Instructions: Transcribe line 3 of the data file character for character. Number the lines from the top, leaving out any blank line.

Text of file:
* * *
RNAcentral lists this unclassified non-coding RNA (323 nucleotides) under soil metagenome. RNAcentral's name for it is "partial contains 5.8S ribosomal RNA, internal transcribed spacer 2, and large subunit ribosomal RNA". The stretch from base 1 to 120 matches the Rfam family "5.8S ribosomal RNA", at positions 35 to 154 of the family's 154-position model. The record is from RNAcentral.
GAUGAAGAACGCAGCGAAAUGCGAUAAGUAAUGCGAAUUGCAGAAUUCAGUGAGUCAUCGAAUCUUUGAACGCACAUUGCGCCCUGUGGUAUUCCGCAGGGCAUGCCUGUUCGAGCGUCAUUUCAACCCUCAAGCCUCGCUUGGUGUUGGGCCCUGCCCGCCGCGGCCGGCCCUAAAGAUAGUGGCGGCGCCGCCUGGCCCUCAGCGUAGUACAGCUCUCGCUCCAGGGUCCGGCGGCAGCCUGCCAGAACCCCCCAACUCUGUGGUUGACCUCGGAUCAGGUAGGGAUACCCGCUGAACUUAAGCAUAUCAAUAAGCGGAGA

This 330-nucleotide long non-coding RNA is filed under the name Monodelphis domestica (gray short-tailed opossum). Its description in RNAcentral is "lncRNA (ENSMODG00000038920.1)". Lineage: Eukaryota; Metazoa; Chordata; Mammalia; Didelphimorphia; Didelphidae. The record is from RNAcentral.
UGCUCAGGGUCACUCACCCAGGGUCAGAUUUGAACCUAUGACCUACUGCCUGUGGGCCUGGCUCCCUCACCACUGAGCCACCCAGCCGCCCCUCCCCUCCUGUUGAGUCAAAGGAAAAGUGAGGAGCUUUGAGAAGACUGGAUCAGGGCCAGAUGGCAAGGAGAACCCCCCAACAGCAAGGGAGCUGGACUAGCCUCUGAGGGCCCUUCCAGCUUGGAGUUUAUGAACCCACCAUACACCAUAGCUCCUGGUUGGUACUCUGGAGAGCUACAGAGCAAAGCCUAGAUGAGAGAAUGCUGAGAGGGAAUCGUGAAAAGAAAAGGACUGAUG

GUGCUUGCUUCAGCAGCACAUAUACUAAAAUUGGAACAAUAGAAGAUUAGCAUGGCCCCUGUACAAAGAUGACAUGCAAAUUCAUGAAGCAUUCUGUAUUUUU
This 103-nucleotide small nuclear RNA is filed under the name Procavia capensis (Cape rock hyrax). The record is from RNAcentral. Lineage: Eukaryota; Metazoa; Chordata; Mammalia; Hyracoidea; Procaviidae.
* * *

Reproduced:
This 330-nucleotide long non-coding RNA is filed under the name Monodelphis domestica (gray short-tailed opossum). Its description in RNAcentral is "lncRNA (ENSMODG00000038920.1)". Lineage: Eukaryota; Metazoa; Chordata; Mammalia; Didelphimorphia; Didelphidae. The record is from RNAcentral.